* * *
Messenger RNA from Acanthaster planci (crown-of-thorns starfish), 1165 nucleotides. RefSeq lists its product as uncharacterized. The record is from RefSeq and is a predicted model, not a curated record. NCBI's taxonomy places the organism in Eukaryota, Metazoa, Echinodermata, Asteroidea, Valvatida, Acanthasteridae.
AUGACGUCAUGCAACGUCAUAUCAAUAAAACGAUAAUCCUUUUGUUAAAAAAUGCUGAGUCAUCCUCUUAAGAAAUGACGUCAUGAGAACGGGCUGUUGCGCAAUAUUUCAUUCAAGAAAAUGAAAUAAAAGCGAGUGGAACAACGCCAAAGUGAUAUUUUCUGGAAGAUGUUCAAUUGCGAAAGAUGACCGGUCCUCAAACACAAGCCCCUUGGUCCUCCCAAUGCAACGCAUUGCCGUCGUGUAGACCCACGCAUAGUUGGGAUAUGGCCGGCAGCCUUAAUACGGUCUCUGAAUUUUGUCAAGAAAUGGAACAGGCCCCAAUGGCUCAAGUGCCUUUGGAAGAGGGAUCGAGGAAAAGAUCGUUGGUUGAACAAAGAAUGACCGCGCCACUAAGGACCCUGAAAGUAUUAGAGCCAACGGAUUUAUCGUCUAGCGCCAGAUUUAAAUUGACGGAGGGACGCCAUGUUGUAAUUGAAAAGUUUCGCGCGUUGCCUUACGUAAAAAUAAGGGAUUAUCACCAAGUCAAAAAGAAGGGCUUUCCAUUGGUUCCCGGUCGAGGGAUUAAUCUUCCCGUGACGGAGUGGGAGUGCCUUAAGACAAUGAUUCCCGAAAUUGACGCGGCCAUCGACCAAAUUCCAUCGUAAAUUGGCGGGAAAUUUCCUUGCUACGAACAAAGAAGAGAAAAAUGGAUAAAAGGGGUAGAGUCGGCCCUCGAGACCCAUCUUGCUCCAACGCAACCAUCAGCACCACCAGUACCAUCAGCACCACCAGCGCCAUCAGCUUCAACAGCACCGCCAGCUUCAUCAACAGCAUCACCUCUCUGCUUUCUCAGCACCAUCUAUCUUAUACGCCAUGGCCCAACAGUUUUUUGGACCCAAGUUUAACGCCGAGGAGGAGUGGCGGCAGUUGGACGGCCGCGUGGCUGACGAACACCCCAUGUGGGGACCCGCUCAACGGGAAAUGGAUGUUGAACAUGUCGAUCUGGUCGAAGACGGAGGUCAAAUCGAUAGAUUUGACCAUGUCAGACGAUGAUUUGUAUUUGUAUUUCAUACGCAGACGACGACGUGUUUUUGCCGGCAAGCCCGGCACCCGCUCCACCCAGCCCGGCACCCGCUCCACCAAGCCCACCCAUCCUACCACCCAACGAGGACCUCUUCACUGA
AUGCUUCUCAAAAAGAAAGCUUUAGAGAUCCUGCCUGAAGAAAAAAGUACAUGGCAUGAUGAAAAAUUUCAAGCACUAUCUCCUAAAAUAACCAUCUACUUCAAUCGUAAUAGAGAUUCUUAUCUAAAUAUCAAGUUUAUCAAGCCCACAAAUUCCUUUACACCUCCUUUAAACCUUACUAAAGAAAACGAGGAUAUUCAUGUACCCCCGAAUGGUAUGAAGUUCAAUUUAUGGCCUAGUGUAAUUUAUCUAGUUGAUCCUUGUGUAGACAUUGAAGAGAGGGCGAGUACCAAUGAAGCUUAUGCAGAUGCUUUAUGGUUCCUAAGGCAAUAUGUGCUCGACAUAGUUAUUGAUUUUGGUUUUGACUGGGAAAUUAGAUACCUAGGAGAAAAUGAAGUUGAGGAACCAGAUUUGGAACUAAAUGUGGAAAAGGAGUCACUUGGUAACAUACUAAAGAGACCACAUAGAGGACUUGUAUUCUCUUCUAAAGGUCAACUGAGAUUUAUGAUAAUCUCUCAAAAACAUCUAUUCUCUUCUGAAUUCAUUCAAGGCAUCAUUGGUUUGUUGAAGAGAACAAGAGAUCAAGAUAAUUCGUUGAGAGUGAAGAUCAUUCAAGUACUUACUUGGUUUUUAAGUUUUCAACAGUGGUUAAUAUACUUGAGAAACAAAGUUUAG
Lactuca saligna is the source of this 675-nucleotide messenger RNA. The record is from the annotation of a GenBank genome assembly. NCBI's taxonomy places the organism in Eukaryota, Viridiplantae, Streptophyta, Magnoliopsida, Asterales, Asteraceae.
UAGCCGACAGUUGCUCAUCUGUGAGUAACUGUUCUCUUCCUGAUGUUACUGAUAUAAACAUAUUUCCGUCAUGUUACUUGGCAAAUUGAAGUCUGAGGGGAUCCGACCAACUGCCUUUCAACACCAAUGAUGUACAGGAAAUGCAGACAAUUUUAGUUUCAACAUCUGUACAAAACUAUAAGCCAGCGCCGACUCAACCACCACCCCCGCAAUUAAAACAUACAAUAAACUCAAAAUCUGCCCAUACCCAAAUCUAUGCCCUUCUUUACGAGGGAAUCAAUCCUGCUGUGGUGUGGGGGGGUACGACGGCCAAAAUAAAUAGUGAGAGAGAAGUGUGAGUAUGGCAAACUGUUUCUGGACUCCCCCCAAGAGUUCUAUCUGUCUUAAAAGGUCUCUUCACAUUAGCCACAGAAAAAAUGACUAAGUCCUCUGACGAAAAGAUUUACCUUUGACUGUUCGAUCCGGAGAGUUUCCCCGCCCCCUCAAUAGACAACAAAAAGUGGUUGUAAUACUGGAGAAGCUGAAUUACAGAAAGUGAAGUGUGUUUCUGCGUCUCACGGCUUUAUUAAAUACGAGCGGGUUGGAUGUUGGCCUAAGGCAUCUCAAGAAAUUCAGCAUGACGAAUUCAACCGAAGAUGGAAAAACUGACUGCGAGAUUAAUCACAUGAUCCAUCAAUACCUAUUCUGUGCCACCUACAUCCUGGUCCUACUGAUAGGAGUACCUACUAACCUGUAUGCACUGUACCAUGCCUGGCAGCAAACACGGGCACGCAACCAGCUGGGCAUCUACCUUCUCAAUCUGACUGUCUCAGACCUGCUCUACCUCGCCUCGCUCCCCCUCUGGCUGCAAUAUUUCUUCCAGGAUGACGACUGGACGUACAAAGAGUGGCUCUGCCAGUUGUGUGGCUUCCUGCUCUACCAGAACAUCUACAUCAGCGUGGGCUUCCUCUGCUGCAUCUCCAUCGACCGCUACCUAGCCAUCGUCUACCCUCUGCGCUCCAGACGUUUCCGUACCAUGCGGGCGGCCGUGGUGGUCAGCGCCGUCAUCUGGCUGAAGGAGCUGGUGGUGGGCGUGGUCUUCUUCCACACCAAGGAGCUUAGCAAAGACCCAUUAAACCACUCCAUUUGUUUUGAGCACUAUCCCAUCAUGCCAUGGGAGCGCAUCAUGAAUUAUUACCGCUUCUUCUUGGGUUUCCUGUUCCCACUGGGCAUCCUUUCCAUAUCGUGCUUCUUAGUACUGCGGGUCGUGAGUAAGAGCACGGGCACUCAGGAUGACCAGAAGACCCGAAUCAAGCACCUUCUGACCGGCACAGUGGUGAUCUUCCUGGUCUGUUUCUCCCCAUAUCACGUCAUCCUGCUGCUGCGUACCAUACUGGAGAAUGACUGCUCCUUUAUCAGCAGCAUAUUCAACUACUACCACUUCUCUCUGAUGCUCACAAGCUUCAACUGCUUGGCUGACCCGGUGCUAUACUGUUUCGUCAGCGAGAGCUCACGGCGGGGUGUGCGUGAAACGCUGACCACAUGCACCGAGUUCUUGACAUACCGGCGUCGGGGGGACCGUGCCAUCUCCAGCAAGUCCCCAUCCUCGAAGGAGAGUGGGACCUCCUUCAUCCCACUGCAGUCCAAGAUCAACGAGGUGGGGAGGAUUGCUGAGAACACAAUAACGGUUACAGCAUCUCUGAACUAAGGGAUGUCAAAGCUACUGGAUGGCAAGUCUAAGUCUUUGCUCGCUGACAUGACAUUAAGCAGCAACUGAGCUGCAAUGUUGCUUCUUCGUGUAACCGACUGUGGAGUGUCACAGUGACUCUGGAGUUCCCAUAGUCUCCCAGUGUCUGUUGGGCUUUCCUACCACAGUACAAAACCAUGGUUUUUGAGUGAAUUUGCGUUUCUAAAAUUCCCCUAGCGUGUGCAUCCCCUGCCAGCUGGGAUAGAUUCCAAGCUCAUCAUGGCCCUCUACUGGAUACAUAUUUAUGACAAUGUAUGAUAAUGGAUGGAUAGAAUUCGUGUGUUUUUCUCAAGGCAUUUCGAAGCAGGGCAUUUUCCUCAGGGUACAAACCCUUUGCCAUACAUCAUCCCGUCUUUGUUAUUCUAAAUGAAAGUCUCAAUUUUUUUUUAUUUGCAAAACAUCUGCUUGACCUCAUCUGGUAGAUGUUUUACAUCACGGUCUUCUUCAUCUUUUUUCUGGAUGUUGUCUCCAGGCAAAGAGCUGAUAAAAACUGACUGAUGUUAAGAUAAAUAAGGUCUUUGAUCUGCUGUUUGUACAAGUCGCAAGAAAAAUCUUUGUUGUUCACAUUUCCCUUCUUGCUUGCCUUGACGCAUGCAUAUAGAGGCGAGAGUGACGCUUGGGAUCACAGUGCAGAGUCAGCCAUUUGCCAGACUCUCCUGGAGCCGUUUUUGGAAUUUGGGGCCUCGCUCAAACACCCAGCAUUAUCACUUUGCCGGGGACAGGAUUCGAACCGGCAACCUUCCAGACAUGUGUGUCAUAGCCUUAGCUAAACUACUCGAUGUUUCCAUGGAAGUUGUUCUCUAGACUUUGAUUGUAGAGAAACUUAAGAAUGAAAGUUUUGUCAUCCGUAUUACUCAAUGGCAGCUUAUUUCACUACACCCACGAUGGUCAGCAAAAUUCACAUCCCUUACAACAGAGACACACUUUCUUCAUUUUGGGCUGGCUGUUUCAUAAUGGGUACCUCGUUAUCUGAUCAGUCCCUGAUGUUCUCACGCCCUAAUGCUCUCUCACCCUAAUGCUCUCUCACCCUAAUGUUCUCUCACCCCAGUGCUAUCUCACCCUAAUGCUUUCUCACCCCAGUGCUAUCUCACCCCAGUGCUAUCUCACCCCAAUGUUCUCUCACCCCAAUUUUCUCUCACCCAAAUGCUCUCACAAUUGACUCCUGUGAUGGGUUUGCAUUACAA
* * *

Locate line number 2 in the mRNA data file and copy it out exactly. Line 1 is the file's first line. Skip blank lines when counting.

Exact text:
AUGACGUCAUGCAACGUCAUAUCAAUAAAACGAUAAUCCUUUUGUUAAAAAAUGCUGAGUCAUCCUCUUAAGAAAUGACGUCAUGAGAACGGGCUGUUGCGCAAUAUUUCAUUCAAGAAAAUGAAAUAAAAGCGAGUGGAACAACGCCAAAGUGAUAUUUUCUGGAAGAUGUUCAAUUGCGAAAGAUGACCGGUCCUCAAACACAAGCCCCUUGGUCCUCCCAAUGCAACGCAUUGCCGUCGUGUAGACCCACGCAUAGUUGGGAUAUGGCCGGCAGCCUUAAUACGGUCUCUGAAUUUUGUCAAGAAAUGGAACAGGCCCCAAUGGCUCAAGUGCCUUUGGAAGAGGGAUCGAGGAAAAGAUCGUUGGUUGAACAAAGAAUGACCGCGCCACUAAGGACCCUGAAAGUAUUAGAGCCAACGGAUUUAUCGUCUAGCGCCAGAUUUAAAUUGACGGAGGGACGCCAUGUUGUAAUUGAAAAGUUUCGCGCGUUGCCUUACGUAAAAAUAAGGGAUUAUCACCAAGUCAAAAAGAAGGGCUUUCCAUUGGUUCCCGGUCGAGGGAUUAAUCUUCCCGUGACGGAGUGGGAGUGCCUUAAGACAAUGAUUCCCGAAAUUGACGCGGCCAUCGACCAAAUUCCAUCGUAAAUUGGCGGGAAAUUUCCUUGCUACGAACAAAGAAGAGAAAAAUGGAUAAAAGGGGUAGAGUCGGCCCUCGAGACCCAUCUUGCUCCAACGCAACCAUCAGCACCACCAGUACCAUCAGCACCACCAGCGCCAUCAGCUUCAACAGCACCGCCAGCUUCAUCAACAGCAUCACCUCUCUGCUUUCUCAGCACCAUCUAUCUUAUACGCCAUGGCCCAACAGUUUUUUGGACCCAAGUUUAACGCCGAGGAGGAGUGGCGGCAGUUGGACGGCCGCGUGGCUGACGAACACCCCAUGUGGGGACCCGCUCAACGGGAAAUGGAUGUUGAACAUGUCGAUCUGGUCGAAGACGGAGGUCAAAUCGAUAGAUUUGACCAUGUCAGACGAUGAUUUGUAUUUGUAUUUCAUACGCAGACGACGACGUGUUUUUGCCGGCAAGCCCGGCACCCGCUCCACCCAGCCCGGCACCCGCUCCACCAAGCCCACCCAUCCUACCACCCAACGAGGACCUCUUCACUGA